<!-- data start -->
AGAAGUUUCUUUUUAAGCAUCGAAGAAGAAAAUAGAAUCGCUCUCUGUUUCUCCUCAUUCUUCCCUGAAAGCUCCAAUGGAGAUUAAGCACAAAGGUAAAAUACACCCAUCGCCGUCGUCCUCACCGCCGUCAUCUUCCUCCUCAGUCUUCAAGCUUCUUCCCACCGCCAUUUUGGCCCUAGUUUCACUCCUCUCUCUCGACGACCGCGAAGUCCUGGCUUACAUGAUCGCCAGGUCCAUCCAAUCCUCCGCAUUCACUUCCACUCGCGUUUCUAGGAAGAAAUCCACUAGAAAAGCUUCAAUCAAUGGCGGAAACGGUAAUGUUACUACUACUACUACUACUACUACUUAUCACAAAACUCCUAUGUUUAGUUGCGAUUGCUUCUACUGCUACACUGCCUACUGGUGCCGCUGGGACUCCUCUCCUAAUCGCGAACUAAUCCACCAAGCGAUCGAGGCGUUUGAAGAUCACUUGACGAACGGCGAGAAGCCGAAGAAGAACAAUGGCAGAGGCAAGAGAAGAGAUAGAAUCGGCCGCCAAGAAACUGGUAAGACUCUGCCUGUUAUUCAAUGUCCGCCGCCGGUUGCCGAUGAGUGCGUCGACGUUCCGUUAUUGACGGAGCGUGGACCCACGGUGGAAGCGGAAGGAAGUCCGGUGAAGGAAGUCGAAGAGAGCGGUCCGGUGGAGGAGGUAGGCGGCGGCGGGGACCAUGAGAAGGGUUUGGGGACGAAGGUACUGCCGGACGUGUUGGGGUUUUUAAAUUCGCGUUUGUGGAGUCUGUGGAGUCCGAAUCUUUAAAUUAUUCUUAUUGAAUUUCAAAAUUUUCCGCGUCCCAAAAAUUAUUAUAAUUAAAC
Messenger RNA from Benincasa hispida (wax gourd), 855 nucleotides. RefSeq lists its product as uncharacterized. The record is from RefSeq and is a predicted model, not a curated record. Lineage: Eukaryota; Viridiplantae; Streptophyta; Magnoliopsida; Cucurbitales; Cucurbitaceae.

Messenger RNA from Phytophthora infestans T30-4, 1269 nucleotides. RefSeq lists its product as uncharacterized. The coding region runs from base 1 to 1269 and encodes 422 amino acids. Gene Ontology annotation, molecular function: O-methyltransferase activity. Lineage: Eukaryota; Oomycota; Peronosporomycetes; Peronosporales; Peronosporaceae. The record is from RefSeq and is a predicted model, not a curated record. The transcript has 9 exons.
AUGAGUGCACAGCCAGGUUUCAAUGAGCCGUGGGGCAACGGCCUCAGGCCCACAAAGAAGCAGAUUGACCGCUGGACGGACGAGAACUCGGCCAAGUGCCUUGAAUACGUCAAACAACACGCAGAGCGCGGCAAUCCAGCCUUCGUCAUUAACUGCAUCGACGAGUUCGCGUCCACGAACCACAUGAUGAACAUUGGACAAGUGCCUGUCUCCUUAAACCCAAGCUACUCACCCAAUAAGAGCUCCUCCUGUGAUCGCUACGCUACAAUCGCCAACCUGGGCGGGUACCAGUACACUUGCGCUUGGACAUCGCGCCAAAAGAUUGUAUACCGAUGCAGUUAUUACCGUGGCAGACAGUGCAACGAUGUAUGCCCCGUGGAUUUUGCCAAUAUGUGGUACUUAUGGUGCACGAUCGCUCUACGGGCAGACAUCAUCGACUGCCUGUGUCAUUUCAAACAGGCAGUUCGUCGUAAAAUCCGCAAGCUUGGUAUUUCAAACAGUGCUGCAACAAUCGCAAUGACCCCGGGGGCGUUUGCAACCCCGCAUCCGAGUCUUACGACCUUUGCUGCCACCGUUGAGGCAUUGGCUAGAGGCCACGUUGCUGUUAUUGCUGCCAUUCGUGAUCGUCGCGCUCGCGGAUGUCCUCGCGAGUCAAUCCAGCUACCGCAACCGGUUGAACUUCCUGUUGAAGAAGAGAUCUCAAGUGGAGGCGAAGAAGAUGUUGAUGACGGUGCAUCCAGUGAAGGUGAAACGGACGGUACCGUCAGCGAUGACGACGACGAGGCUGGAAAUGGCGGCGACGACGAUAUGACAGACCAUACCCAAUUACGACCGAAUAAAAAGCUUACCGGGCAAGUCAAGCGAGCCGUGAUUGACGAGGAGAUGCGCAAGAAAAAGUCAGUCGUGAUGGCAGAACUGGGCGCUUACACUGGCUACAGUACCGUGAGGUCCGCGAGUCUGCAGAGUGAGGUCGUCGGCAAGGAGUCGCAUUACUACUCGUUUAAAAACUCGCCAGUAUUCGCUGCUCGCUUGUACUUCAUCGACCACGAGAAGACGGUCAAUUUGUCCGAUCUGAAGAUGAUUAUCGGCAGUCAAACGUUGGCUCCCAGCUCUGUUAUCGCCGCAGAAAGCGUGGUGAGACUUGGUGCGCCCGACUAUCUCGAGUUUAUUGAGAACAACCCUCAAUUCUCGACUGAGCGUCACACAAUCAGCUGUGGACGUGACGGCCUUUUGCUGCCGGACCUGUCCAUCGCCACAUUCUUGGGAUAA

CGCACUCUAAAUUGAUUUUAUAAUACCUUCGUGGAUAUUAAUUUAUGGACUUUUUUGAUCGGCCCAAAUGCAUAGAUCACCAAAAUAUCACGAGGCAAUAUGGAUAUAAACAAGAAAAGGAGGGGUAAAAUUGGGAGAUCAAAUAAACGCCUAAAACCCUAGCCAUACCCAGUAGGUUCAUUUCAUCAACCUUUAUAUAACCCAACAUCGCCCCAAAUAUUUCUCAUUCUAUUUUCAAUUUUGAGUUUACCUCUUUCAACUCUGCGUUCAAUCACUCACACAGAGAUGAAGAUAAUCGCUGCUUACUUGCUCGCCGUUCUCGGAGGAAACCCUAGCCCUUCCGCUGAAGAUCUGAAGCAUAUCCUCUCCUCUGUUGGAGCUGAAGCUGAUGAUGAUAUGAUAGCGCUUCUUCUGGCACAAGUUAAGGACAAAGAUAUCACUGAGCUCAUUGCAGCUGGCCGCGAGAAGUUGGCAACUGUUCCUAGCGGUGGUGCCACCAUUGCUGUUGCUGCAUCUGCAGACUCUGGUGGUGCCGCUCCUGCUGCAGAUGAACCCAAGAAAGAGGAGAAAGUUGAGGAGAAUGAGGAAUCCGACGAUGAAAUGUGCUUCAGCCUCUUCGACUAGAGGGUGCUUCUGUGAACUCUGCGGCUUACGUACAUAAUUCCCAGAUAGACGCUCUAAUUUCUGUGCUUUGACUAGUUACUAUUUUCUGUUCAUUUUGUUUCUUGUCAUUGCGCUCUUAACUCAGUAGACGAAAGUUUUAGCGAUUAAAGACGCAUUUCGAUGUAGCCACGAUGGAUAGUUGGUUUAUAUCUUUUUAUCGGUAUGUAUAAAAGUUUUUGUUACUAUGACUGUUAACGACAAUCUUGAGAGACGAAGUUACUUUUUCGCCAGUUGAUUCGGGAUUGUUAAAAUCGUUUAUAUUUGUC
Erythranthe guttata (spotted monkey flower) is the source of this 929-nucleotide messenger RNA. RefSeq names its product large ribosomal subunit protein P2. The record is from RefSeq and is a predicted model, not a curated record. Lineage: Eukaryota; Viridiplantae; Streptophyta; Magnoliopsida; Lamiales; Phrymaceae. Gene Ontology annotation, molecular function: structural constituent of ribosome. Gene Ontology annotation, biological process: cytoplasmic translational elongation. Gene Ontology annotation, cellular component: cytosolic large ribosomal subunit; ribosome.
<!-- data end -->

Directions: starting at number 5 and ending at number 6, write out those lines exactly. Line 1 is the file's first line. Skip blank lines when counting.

CGCACUCUAAAUUGAUUUUAUAAUACCUUCGUGGAUAUUAAUUUAUGGACUUUUUUGAUCGGCCCAAAUGCAUAGAUCACCAAAAUAUCACGAGGCAAUAUGGAUAUAAACAAGAAAAGGAGGGGUAAAAUUGGGAGAUCAAAUAAACGCCUAAAACCCUAGCCAUACCCAGUAGGUUCAUUUCAUCAACCUUUAUAUAACCCAACAUCGCCCCAAAUAUUUCUCAUUCUAUUUUCAAUUUUGAGUUUACCUCUUUCAACUCUGCGUUCAAUCACUCACACAGAGAUGAAGAUAAUCGCUGCUUACUUGCUCGCCGUUCUCGGAGGAAACCCUAGCCCUUCCGCUGAAGAUCUGAAGCAUAUCCUCUCCUCUGUUGGAGCUGAAGCUGAUGAUGAUAUGAUAGCGCUUCUUCUGGCACAAGUUAAGGACAAAGAUAUCACUGAGCUCAUUGCAGCUGGCCGCGAGAAGUUGGCAACUGUUCCUAGCGGUGGUGCCACCAUUGCUGUUGCUGCAUCUGCAGACUCUGGUGGUGCCGCUCCUGCUGCAGAUGAACCCAAGAAAGAGGAGAAAGUUGAGGAGAAUGAGGAAUCCGACGAUGAAAUGUGCUUCAGCCUCUUCGACUAGAGGGUGCUUCUGUGAACUCUGCGGCUUACGUACAUAAUUCCCAGAUAGACGCUCUAAUUUCUGUGCUUUGACUAGUUACUAUUUUCUGUUCAUUUUGUUUCUUGUCAUUGCGCUCUUAACUCAGUAGACGAAAGUUUUAGCGAUUAAAGACGCAUUUCGAUGUAGCCACGAUGGAUAGUUGGUUUAUAUCUUUUUAUCGGUAUGUAUAAAAGUUUUUGUUACUAUGACUGUUAACGACAAUCUUGAGAGACGAAGUUACUUUUUCGCCAGUUGAUUCGGGAUUGUUAAAAUCGUUUAUAUUUGUC
Erythranthe guttata (spotted monkey flower) is the source of this 929-nucleotide messenger RNA. RefSeq names its product large ribosomal subunit protein P2. The record is from RefSeq and is a predicted model, not a curated record. Lineage: Eukaryota; Viridiplantae; Streptophyta; Magnoliopsida; Lamiales; Phrymaceae. Gene Ontology annotation, molecular function: structural constituent of ribosome. Gene Ontology annotation, biological process: cytoplasmic translational elongation. Gene Ontology annotation, cellular component: cytosolic large ribosomal subunit; ribosome.